First the gossip: very much in love, superstar Garth Brooks kissed his companion Trisha Yearwood on the lips when she returned from the stage Thursday night after performing at the Songwriters Hall of Fame. Garth and Trisha were rumored to be a couple long before their respective divorces — now it seems to be official. Cowboy Brooks — who's busy working on his film career — told me at the Sheraton Hotel in Manhattan before the show that they weren't exactly going steady and that he hadn't, to use an old expression, pinned her: "I'm not worried about ‘pinning’ her. I'd kill anyone who’d lay a hand on her!"
Famed lyricist Hal David (who wrote all those great songs with Burt Bacharach) and former Warner Music Group exec Linda Moran really pulled off an incredible, memorable evening on Thursday with their newly- revived Songwriters Hall of Fame. Imagine Sting, Stevie Wonder, Randy Newman, Carole King, Neil Diamond, Barry Manilow, Garth and Trisha, Ashford and Simpson, Joan Osborne, Jimmy Webb, Paul Williams, Brian McKnight, and Broadway’s Joel Grey, Linda Eder and Heather Headley all performing, appearing and shmoozing in one room. It was the crème de la crème of the music industry. Thank goodness Bravo taped it for a future airing.
Of course, there were many highlights courtesy of Phil Ramone, who produced the show. Sting performed a jazz-rock version of “Roxanne” that demonstrated his incredible range. Stevie Wonder, my personal hero, chose one of his best ballads, “Overjoyed,” to play with the band. Randy Newman — acerbic, funny, and completely underrated — gave the audience “Sail Away,” one of his most popular cult songs. Nick Ashford and Valerie Simpson delivered perhaps the cornerstone R&B song, “Ain’t No Mountain High Enough.” Carole King sent chills when she sand a duet with James Taylor — who was on tape but projected onto video screens — on “You’ve Got a Friend.”
Maybe the most gracious of all the winners and performers was Manilow, who bought a table and brought with him all the lyricists who’d worked on his songs with him. “How you write a song? Beats the [expletive] out of me!” he said, then introduced his collaborators. is was in contrast to the prickly King who failed to mention Toni Stern, the woman who wrote the words to her biggest solo hit, “It’s Too Late.” ) Manilow then sang a beautiful a capella version of “One Voice” after Trisha Yearwood told the audience that “Could It Be Magic” was the first record she bought with her allowance.
Randy Newman jokingly cited Eminem. “Finally there’s a kindred spirit,” he said. Newman, who recently won an Academy Award after 16 nominations, told me that getting an Oscar “was more emotional than I thought it would be. I really choked up.” His next album of original material — his first in more than a decade — will be released on Nonesuch when he finishes it. Let’s hope it’s soon.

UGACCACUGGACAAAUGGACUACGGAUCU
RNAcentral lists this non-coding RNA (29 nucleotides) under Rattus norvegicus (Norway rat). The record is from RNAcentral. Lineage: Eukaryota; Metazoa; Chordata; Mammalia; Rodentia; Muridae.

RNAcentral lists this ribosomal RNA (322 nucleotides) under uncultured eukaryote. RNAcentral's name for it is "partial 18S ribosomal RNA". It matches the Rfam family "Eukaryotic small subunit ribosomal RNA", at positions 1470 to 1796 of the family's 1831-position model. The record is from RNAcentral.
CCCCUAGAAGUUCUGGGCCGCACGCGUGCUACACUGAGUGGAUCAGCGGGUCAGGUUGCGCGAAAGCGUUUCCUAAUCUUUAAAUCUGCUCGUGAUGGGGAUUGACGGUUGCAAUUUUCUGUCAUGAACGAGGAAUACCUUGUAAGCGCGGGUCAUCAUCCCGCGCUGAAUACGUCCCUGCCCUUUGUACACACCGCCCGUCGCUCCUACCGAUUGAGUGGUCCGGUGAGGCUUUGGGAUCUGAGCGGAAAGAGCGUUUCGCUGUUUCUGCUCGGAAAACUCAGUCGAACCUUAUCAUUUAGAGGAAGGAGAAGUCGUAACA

For the most part the Songwriters Hall of Fame dinner was a celebration of something that’s becoming a lost art form. One almost shudders to think what such an event would be like in ten years. But for now we got to see Stevie’s daughter, Aisha, who made an appearance in his 1976 hit “Isn’t She Lovely,” all grown up and a mother now herself. Wonder dedicated his award to his late producer Henry Cosby, who helped him, Stevie joked, when he could “only play Three Blind Mice.” He also revealed that “My Cherie Amour” would have been about a girl named Marcia whom he liked if Cosby hadn’t changed the words.
Of course, missing from the proceedings was Michael Jackson, who told some of his closest advisers that he was going to be at Paul McCartney’s wedding. Well, he wasn’t and no kidding — Paul hates Jacko for stealing the Beatles song catalog, then frittering it away until Sony Music could put a lien on it. Who knows what Michael was talking about! Anyway, he sent Liza Minnelli and her now-a-celebrity-by marriage husband David Gest to receive the award. They are the freak show of all time, Gest with the painted eyebrows and Liza in a lacquered face. Jacko could have done a lot to repair his rep by appearing at a normal music event and wowing the crowd, but he didn’t. Apparently, he gave a speech in the UK over the weekend in which he declared his freedom from Sony Music. More on that tomorrow, I suppose.
Mariah Carey has a legal case that won’t go away. On Friday, I was faxed papers showing that Christopher Selletti is suing her again over the song “Hero.” He wants $20 million in damages. Selletti is also suing Carey’s attorneys, Orin Snyder and Jonathan Liebman (now with Brillstein Grey Entertainment) and her songwriting partner Walter Afanasieff. He accuses them of falsifying evidence and lying in the “Hero” case.